Shortly after World War II and the death of his mother, Jack Baker is uprooted from his Kansas home and sent by his Naval officer father to live at a boarding school in Maine. There he befriends Early Auden, a misfit of a boy who has a penchant for numbers and a drive to find his brother, Fisher, a soldier who was declared dead in the war. In Vanderpool’s author’s note she says that by today’s standards we would say that Early has a high-functioning form of autism.
On a school break, the two boys head out on a quest to track a great Appalachian Bear, but not really. It is really about Early searching for his lost brother and recounting tales of the journey of Pi (the number), and about Jack dealing with his own loss and grief.
This book is intricately plotted and has truly beautiful language. There is so much loss, grief, and regret in this story, and Vanderpool encourages the reader to think about it all, rather than push an agenda or teach a lesson. Each character is carrying a heavy burden, and each in his or her own way.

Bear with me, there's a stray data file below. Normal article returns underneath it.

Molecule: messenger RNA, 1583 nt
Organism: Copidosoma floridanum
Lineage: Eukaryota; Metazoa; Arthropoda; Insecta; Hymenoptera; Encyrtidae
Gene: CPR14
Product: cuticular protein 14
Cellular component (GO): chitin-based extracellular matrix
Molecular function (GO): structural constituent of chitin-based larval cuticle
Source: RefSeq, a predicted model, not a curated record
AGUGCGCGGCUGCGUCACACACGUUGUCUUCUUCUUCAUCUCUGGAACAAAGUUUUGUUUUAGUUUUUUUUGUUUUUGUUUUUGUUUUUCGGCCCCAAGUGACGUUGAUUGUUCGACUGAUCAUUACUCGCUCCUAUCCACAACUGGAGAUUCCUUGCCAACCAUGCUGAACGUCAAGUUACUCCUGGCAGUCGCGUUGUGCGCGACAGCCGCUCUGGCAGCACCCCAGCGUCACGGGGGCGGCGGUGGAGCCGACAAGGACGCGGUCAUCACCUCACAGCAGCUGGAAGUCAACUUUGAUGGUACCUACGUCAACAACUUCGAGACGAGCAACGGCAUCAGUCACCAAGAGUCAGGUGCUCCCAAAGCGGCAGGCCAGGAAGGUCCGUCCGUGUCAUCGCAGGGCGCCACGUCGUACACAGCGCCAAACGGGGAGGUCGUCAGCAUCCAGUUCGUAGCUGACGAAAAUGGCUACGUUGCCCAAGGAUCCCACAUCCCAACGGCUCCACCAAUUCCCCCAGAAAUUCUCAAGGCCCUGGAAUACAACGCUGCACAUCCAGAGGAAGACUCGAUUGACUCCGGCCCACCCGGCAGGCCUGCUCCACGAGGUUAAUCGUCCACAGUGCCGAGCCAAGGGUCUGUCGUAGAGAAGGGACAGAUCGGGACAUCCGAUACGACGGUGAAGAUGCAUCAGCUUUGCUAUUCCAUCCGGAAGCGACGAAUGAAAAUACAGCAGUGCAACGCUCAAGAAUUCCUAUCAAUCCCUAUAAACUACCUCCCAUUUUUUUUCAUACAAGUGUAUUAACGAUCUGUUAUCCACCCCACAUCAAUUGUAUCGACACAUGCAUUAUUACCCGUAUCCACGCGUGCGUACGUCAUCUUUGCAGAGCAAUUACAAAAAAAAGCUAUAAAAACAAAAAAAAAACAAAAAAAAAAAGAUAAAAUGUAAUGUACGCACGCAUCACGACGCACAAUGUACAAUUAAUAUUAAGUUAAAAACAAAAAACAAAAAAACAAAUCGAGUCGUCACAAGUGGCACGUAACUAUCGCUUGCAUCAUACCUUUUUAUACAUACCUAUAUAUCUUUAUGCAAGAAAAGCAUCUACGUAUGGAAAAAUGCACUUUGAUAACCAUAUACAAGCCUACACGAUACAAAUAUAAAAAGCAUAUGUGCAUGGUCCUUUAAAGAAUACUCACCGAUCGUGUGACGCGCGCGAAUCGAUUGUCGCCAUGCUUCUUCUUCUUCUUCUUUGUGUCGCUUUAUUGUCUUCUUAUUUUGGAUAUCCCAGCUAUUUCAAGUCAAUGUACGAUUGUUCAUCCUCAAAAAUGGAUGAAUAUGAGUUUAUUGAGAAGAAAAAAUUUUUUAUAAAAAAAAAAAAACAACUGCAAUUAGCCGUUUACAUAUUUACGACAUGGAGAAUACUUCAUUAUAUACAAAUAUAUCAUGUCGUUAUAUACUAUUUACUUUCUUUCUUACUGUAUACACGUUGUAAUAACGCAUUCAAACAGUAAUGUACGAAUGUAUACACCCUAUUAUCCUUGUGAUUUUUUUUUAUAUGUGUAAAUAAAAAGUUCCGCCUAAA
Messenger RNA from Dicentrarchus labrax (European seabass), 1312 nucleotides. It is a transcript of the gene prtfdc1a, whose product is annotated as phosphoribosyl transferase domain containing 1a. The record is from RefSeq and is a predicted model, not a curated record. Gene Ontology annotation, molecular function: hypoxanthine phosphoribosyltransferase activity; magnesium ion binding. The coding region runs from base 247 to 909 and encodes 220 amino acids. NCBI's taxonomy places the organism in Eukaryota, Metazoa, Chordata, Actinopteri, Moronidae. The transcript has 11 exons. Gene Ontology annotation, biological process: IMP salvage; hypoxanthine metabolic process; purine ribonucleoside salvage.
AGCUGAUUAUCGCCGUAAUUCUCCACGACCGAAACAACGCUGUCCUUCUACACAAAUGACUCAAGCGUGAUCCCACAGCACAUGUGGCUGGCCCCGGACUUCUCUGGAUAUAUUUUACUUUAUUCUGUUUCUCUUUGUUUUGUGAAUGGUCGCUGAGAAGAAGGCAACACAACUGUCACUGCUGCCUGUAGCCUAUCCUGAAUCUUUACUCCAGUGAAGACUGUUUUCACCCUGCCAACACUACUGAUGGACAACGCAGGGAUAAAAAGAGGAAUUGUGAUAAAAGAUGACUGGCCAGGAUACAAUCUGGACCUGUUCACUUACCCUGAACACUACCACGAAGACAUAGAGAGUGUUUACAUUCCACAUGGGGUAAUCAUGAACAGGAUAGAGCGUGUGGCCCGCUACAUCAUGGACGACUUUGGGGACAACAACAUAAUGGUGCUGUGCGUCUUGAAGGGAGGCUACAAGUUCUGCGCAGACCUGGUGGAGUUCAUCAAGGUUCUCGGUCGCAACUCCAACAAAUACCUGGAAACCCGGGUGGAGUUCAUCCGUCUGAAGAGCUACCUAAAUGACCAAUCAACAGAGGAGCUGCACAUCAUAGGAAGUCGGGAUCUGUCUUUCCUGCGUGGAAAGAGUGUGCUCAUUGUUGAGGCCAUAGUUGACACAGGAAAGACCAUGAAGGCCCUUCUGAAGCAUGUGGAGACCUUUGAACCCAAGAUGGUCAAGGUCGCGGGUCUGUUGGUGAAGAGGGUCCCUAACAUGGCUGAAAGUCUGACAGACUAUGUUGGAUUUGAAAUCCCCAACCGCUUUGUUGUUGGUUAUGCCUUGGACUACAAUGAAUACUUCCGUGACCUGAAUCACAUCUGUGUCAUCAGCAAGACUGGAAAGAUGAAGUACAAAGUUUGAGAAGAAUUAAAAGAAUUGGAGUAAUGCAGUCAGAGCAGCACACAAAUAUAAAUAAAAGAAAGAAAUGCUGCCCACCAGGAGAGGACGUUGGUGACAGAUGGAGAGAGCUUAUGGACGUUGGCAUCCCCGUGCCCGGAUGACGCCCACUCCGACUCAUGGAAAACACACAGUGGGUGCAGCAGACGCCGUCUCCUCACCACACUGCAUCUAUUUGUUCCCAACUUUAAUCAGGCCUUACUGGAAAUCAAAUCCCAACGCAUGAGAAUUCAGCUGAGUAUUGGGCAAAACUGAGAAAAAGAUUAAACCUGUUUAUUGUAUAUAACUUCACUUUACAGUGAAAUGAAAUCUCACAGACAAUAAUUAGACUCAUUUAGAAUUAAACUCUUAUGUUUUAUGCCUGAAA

Despite my admiration for its literary merit and the fact that I really wanted to love the book, I do have to admit that it does not rank among my favorites on the list. I know that the book has elements of magical realism and that, as such, it demands some suspension of disbelief. However, there were too many coincidences for my taste–everyone Jack and Early met on their journey tied into the master plan that allowed Early to find his brother. But I think it was Gunnar’s connection to Miss B., the librarian, that bothered me the most–that one last connection seemed to too neatly wrap it all up in the end. Ultimately, I am glad to have read the book, but I think Vanderpool might have taken things a little too far–as far as Early tried to take the digits of Pi.
That said, I am determined to find some junior high readers with whom the book would truly resonate. Rather than booktalk it to an entire class, I feel that recommending Navigating Early to individuals would be the best choice. Perhaps fans of Sharon Creech and Gary D. Schmidt would be most likely to appreciate a book such as this one.
Other 2015 Rebecca Caudill Reading Roundup Posts
- A Long Walk to Water by Linda Sue Park
- Charlie Joe Jackson’s Guide to Not Reading by Tommy Greenwald
- Dogs on Duty by Dorothy Hinshaw Patent
- Unstoppable by Tim Green
- Chuck Close: Face Book by Chuck Close
- The One and Only Ivan by Katherine Applegate
- Almost Home by Joan Bauer
- Bomb by Steve Sheinkin
- Never Say Die by Will Hobbs
- Saving Zasha by Randi Barrow
- Ungifted by Gordon Korman